Mode of action of membrane-disruptive lytic compounds from the marine dinoflagellate Alexandrium tamarense.

@article{Ma2011ModeOA,
  title={Mode of action of membrane-disruptive lytic compounds from the marine dinoflagellate Alexandrium tamarense.},
  author={Haiyan Ma and Bernd Krock and Urban Tillmann and Ulf Bickmeyer and Martin Graeve and Allan D Cembella},
  journal={Toxicon : official journal of the International Society on Toxinology},
  year={2011},
  volume={58 3},
  pages={247-58}
}
Certain allelochemicals of the marine dinoflagellate Alexandrium tamarense cause lysis of a broad spectrum of target protist cells but the lytic mechanism is poorly defined. We first hypothesized that membrane sterols serve as molecular targets of these lytic compounds, and that differences in sterol composition among donor and target cells may cause insensitivity of Alexandrium and sensitivity of targets to lytic compounds. We investigated Ca(2+) influx after application of lytic fractions to… CONTINUE READING

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We investigated Ca(2 + ) influx after application of lytic fractions to a model cell line PC12 derived from a pheochromocytoma of the rat adrenal medulla to establish how the lytic compounds affect ion flux associated with lysis of target membranes .
We investigated Ca(2 + ) influx after application of lytic fractions to a model cell line PC12 derived from a pheochromocytoma of the rat adrenal medulla to establish how the lytic compounds affect ion flux associated with lysis of target membranes .
Adrenal MedullaIs normal tissue origin of diseasePheochromocytoma
We investigated Ca(2 + ) influx after application of lytic fractions to a model cell line PC12 derived from a pheochromocytoma of the rat adrenal medulla to establish how the lytic compounds affect ion flux associated with lysis of target membranes .
For three tested sterols , the lytic compounds showed highest affinity towards cholesterol followed by ergosterol and brassicasterol .
For three tested sterols , the lytic compounds showed highest affinity towards cholesterol followed by ergosterol and brassicasterol .
Cholesterol comprised a higher percentage of total sterols in plasma membrane fractions of A. tamarense than in corresponding whole cell fractions .
For three tested sterols , the lytic compounds showed highest affinity towards cholesterol followed by ergosterol and brassicasterol .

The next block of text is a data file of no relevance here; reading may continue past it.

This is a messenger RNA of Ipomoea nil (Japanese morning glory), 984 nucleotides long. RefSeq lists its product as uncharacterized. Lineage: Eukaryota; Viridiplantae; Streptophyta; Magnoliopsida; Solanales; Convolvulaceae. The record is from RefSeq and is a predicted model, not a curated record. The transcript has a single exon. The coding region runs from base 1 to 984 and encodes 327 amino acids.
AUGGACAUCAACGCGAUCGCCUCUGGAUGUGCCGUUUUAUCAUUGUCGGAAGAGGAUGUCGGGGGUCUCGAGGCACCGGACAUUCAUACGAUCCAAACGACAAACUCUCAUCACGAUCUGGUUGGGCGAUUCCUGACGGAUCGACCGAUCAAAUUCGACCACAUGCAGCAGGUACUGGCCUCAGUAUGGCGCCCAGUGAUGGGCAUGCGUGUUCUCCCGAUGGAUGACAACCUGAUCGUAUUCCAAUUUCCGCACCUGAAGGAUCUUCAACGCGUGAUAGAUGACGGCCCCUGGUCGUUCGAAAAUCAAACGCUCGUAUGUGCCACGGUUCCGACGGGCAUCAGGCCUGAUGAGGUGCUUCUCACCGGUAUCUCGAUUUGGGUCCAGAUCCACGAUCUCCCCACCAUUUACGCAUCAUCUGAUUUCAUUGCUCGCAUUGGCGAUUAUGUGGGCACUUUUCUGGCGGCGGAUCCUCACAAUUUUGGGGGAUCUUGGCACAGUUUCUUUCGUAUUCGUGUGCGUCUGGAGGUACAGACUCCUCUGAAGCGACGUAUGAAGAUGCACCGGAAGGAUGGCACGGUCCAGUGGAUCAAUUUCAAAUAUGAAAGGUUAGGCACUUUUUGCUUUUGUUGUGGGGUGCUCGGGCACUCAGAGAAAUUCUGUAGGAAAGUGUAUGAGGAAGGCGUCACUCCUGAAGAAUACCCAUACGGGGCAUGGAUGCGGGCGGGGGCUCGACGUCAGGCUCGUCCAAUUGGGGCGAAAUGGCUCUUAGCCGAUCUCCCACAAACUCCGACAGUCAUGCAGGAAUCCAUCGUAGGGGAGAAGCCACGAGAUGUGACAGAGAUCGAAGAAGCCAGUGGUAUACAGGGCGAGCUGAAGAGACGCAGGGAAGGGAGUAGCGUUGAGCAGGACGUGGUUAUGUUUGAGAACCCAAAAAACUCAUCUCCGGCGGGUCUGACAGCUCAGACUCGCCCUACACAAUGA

Analysis of sterol composition of isolates of A. tamarense and of five target protistan species showed that both lytic and non - lytic A. tamarense strains contain cholesterol and dinosterol as major sterols , whereas none of the other tested species contain dinosterol .
Cholesterol comprised a higher percentage of total sterols in plasma membrane fractions of A. tamarense than in corresponding whole cell fractions .
For three tested sterols , the lytic compounds showed highest affinity towards cholesterol followed by ergosterol and brassicasterol .
Analysis of sterol composition of isolates of A. tamarense and of five target protistan species showed that both lytic and non - lytic A. tamarense strains contain cholesterol and dinosterol as major sterols , whereas none of the other tested species contain dinosterol .
Analysis of sterol composition of isolates of A. tamarense and of five target protistan species showed that both lytic and non - lytic A. tamarense strains contain cholesterol and dinosterol as major sterols , whereas none of the other tested species contain dinosterol .
For three tested sterols , the lytic compounds showed highest affinity towards cholesterol followed by ergosterol and brassicasterol .
Cholesterol comprised a higher percentage of total sterols in plasma membrane fractions of A. tamarense than in corresponding whole cell fractions .
Certain allelochemicals of the marine dinoflagellate Alexandrium tamarense cause lysis of a broad spectrum of target protist cells but the lytic mechanism is poorly defined .
Adding sterols and phosphatidylcholine to a lysis bioassay with the cryptophyte Rhodomonas salina for evaluation of competitive binding indicated that the lytic compounds possessed apparent high affinity for free sterols and phosphatidylcholine .
We investigated Ca(2 + ) influx after application of lytic fractions to a model cell line PC12 derived from a pheochromocytoma of the rat adrenal medulla to establish how the lytic compounds affect ion flux associated with lysis of target membranes .
Certain allelochemicals of the marine dinoflagellate Alexandrium tamarense cause lysis of a broad spectrum of target protist cells but the lytic mechanism is poorly defined .
We investigated Ca(2 + ) influx after application of lytic fractions to a model cell line PC12 derived from a pheochromocytoma of the rat adrenal medulla to establish how the lytic compounds affect ion flux associated with lysis of target membranes .
We investigated Ca(2 + ) influx after application of lytic fractions to a model cell line PC12 derived from a pheochromocytoma of the rat adrenal medulla to establish how the lytic compounds affect ion flux associated with lysis of target membranes .
For three tested sterols , the lytic compounds showed highest affinity towards cholesterol followed by ergosterol and brassicasterol .
For three tested sterols , the lytic compounds showed highest affinity towards cholesterol followed by ergosterol and brassicasterol .
For three tested sterols , the lytic compounds showed highest affinity towards cholesterol followed by ergosterol and brassicasterol .
Certain allelochemicals of the marine dinoflagellate Alexandrium tamarense cause lysis of a broad spectrum of target protist cells but the lytic mechanism is poorly defined .
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